Even without the Focus on the Family connection, many (mostly on the left) wouldn’t like the fact that Tebow publicly mentions his faith. Thanking Jesus after every football game crosses some invisible line for them into “proselytizing.” This is a byproduct of our shifting cultural attitude toward religion.
Religion and sexuality gradually swapped places in American culture over the last fifty years in one important respect. We (or some of us) collectively made a decision that sexuality, not religion, could be on display proudly, while religion, not sexuality, was unseemly and needed to stay hidden to prevent upsetting the sensibilities of those it offended.
Religion is now considered by many to be an uncomfortable or inappropriate topic for any public presentation, except in specific, designated places devoid of non-believers. The same progressive thinkers who oppose someone exposing his religion to those who might be offended would be first in line to defend public expression of sexuality that might offend others.
In short, a guy like Tebow who appears to be a pro-life Christian will be ridiculed by many as an “awful person,” regardless of what kind of person he actually is. This is all made possible by a simple idea that it’s perfectly acceptable to hate someone on the grounds that they hold beliefs that are different from the ones you hold most dear.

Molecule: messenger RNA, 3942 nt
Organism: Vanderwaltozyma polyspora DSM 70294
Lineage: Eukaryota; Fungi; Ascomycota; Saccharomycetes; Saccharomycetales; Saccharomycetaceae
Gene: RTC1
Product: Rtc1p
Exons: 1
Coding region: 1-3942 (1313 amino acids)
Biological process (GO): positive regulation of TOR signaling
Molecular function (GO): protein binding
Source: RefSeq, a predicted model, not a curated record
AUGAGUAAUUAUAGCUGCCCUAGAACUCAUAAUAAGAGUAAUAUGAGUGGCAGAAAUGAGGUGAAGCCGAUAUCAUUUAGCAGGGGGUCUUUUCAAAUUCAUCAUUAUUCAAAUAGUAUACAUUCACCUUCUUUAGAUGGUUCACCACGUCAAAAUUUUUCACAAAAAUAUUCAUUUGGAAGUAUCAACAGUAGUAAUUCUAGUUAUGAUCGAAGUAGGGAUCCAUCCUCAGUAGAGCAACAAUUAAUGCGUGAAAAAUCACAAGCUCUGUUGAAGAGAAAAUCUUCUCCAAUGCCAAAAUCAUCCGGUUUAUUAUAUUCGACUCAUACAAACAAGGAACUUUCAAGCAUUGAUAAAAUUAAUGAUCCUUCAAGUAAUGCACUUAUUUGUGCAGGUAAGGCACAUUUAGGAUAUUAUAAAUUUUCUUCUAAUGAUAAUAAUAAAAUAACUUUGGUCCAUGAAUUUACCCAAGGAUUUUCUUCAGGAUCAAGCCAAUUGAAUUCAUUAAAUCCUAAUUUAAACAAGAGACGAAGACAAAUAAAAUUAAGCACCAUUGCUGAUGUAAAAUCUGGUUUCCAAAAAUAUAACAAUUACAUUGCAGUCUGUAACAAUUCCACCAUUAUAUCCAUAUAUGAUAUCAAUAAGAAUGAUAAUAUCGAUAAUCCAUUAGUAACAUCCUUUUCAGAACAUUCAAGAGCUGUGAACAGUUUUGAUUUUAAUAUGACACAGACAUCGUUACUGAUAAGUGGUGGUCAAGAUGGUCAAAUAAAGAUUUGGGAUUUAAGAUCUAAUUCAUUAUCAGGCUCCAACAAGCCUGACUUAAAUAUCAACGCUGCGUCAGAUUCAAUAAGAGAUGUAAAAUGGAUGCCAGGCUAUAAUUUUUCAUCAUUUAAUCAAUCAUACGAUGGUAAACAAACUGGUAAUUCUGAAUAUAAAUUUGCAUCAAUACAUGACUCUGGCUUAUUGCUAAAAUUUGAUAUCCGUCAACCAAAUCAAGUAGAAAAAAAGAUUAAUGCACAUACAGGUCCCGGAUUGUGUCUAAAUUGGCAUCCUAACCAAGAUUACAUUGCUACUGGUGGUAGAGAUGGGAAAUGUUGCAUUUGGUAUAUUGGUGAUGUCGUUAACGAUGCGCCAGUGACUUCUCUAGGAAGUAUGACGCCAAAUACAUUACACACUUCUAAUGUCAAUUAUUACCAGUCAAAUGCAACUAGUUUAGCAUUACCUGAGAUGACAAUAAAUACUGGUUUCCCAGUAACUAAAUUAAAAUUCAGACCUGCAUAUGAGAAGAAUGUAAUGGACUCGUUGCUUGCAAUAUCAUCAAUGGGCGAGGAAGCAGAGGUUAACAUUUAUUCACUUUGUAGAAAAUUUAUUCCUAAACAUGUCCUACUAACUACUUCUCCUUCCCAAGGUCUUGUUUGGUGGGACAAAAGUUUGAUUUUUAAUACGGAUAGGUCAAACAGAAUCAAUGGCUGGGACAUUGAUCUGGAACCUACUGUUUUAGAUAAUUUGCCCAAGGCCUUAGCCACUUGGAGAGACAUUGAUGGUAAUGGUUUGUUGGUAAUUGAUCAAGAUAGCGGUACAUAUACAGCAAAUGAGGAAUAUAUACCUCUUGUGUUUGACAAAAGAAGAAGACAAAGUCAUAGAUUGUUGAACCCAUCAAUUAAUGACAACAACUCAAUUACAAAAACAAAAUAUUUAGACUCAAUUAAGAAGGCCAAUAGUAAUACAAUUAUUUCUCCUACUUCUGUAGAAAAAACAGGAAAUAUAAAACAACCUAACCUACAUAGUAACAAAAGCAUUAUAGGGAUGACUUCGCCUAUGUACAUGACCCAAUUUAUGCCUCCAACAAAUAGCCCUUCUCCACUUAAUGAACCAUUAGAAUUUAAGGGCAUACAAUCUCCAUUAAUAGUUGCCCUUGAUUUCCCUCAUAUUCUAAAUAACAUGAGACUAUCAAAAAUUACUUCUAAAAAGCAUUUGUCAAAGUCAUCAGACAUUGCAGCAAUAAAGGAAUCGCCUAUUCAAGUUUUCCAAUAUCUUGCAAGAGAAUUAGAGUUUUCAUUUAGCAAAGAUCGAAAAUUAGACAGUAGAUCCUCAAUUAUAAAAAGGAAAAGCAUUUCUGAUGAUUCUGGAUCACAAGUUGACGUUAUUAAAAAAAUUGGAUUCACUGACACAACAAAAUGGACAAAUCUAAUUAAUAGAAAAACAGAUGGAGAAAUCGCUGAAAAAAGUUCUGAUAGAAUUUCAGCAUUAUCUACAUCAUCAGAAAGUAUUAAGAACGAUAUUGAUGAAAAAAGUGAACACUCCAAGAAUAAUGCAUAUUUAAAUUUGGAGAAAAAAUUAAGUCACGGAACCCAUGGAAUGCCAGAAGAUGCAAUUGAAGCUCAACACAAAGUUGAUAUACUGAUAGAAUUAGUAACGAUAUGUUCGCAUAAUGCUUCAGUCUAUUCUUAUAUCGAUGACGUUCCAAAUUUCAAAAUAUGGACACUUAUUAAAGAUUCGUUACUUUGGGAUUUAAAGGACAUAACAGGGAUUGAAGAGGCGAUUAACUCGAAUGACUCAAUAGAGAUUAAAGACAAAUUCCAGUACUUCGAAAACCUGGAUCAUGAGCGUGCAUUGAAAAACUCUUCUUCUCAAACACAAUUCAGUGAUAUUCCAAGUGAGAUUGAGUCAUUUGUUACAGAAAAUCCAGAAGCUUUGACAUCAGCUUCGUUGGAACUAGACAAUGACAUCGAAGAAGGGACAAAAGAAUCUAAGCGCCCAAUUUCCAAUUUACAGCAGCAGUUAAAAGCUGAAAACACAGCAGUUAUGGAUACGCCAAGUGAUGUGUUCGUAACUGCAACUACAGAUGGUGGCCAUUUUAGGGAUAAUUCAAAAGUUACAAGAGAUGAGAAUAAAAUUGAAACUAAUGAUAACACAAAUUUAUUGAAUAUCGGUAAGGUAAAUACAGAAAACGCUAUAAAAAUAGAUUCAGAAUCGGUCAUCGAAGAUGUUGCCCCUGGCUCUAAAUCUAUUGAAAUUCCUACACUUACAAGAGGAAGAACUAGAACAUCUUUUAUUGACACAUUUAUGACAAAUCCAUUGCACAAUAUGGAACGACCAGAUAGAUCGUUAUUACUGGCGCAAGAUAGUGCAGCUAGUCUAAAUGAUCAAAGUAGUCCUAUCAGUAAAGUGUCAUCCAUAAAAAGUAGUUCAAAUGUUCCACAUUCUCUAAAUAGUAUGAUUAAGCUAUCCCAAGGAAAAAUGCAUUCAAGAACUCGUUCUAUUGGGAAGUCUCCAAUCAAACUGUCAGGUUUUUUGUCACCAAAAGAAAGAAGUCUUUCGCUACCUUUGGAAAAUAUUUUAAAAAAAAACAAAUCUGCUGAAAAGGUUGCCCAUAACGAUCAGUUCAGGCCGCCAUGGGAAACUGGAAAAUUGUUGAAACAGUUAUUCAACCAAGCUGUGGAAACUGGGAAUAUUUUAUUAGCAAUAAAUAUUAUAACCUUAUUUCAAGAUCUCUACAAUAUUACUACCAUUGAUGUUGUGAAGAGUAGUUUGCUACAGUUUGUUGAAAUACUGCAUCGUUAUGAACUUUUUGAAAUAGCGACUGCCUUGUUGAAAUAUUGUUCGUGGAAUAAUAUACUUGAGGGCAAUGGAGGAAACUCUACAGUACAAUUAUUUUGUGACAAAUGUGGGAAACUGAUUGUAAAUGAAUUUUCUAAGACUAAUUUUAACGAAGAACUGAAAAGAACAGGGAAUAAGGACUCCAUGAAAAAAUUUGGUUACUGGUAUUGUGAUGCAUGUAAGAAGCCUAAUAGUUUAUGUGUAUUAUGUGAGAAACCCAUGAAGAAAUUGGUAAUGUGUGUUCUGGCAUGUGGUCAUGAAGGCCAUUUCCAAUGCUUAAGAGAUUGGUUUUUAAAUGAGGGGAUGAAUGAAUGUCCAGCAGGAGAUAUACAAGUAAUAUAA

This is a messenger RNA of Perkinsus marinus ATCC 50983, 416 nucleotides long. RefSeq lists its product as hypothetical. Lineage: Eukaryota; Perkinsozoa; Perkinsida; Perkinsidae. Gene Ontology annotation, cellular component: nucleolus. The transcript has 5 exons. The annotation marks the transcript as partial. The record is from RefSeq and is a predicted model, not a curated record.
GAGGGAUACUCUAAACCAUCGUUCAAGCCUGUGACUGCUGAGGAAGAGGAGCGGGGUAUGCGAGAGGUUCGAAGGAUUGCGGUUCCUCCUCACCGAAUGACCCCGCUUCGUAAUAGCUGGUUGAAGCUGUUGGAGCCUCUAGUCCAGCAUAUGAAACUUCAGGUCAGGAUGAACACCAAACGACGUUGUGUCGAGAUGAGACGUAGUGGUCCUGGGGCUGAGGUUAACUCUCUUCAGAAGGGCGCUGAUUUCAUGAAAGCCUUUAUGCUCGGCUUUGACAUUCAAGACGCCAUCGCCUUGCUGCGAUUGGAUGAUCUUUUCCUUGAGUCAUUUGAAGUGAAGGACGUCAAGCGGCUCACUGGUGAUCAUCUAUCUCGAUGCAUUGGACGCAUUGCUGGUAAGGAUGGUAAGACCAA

On a similar note, many religious folks on the right excuse Tebow’s faults because he’s a like-minded believer. They praise his public display of faith, but a lot of people wonder if his supporters would be so quick to praise him if Tebow’s faith were different from their own. It’s more likely they would find it as annoying and uncomfortable as many of those who have no religious faith do now.
Those on the right also exaggerate the degree to which Tebow is being criticized as a result of his beliefs. They fail to realize that many of the football pundits who take issue with Tebow’s abilities are themselves Christians, and, in several cases, Evangelical Baptists like Tebow himself. On the other hand, many of the people who have enjoyed Tebow’s tenure aren’t Christians at all.
Here’s my own take: I’m not very religious. I’m certainly not an Evangelical, nor am I a Baptist. I’m also not so entrenched in my own religious beliefs that I feel uncomfortable when anyone who holds beliefs different from mine mentions them publicly.
The same holds true for political views (and, admittedly, Tebow skeptics see the two overlapping in his case, despite the fact that he’s been strategically quiet about his political stances). But simply because I might not have the same views on abortion or some other topic as Tim Tebow will not to compel me to “hate” him or celebrate his downfall.